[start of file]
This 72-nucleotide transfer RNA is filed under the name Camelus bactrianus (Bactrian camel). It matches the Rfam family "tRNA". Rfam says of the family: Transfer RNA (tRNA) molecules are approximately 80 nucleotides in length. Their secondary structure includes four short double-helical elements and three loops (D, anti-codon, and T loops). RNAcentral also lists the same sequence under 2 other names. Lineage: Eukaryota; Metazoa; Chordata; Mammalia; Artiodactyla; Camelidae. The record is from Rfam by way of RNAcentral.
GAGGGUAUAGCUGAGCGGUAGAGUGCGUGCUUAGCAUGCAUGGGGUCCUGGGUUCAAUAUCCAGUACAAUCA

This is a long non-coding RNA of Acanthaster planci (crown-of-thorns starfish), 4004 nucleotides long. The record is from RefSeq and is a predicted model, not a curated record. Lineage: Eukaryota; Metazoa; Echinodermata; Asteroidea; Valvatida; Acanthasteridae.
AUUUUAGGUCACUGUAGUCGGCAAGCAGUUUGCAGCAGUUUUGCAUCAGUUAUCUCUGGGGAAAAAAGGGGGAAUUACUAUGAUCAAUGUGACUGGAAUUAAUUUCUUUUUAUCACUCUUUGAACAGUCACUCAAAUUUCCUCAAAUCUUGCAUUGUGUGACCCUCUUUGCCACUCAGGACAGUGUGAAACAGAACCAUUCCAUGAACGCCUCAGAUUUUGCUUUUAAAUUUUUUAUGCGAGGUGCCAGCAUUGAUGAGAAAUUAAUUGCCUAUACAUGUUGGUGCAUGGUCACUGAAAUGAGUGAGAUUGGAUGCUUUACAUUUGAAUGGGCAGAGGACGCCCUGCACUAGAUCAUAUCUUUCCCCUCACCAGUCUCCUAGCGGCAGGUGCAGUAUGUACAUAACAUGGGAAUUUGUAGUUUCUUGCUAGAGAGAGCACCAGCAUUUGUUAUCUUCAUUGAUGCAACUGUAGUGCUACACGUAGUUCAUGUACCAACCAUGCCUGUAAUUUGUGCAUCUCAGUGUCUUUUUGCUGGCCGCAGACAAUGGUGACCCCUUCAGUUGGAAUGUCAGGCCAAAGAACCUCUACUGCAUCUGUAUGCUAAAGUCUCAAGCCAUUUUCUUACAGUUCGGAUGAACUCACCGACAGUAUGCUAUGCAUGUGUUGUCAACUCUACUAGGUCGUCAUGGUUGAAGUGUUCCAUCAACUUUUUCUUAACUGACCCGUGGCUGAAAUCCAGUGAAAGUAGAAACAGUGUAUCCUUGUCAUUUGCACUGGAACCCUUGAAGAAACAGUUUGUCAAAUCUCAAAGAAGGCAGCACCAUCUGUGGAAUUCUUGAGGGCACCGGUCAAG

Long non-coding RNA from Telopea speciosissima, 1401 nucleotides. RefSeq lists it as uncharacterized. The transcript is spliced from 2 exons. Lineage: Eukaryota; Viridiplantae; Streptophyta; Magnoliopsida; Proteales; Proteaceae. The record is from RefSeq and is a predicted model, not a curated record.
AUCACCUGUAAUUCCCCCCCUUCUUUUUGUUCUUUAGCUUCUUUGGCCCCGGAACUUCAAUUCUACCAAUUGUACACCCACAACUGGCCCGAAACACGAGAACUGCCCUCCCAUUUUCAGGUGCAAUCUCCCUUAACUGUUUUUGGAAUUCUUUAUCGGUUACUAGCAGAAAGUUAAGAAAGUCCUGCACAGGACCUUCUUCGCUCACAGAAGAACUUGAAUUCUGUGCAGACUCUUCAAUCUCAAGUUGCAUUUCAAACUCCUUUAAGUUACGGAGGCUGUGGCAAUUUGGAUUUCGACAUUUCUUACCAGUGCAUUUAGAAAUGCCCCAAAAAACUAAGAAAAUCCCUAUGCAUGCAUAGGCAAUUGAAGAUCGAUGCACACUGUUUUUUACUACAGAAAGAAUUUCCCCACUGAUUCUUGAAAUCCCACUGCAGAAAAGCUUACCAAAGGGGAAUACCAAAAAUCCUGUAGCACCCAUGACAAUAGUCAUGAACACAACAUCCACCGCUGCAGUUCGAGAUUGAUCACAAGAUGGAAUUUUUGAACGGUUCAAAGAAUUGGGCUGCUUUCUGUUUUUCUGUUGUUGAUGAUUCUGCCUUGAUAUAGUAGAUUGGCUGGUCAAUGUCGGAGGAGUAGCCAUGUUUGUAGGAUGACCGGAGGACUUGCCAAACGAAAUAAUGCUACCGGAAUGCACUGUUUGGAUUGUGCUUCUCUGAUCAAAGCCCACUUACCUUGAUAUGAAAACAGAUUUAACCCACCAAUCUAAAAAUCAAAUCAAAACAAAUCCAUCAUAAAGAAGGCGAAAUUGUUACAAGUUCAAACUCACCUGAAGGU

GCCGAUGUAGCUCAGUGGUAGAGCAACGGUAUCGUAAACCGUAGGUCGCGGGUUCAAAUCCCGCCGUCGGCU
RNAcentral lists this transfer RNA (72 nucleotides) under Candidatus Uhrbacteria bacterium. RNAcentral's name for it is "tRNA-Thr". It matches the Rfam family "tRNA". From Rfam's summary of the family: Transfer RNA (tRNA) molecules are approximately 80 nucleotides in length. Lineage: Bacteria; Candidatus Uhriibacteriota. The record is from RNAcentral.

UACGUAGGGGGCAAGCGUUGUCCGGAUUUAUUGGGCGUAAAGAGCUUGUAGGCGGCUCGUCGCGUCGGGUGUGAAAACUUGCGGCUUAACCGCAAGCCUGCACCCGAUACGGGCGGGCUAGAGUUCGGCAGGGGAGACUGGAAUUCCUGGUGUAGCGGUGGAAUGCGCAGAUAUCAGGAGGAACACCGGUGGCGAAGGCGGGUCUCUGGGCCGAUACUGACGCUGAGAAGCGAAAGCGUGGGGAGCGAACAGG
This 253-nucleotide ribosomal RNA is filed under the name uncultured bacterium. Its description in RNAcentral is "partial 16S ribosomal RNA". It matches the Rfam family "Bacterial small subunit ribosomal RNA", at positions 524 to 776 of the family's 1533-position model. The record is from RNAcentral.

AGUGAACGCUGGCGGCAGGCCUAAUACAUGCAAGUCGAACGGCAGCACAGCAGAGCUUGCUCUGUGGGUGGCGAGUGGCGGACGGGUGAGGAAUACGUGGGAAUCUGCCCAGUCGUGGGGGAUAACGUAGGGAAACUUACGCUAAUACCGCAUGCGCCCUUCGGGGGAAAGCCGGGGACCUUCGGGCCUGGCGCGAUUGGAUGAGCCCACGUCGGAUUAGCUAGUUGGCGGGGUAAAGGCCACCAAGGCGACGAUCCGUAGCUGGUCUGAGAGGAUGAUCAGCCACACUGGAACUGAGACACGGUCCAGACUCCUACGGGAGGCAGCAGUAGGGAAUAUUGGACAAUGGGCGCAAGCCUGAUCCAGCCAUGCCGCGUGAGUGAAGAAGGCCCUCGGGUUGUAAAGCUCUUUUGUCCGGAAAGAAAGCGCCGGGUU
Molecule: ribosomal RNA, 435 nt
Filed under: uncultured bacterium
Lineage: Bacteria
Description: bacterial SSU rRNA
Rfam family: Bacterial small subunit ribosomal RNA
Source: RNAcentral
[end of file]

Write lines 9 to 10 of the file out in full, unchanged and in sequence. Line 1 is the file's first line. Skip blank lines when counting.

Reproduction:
UACGUAGGGGGCAAGCGUUGUCCGGAUUUAUUGGGCGUAAAGAGCUUGUAGGCGGCUCGUCGCGUCGGGUGUGAAAACUUGCGGCUUAACCGCAAGCCUGCACCCGAUACGGGCGGGCUAGAGUUCGGCAGGGGAGACUGGAAUUCCUGGUGUAGCGGUGGAAUGCGCAGAUAUCAGGAGGAACACCGGUGGCGAAGGCGGGUCUCUGGGCCGAUACUGACGCUGAGAAGCGAAAGCGUGGGGAGCGAACAGG
This 253-nucleotide ribosomal RNA is filed under the name uncultured bacterium. Its description in RNAcentral is "partial 16S ribosomal RNA". It matches the Rfam family "Bacterial small subunit ribosomal RNA", at positions 524 to 776 of the family's 1533-position model. The record is from RNAcentral.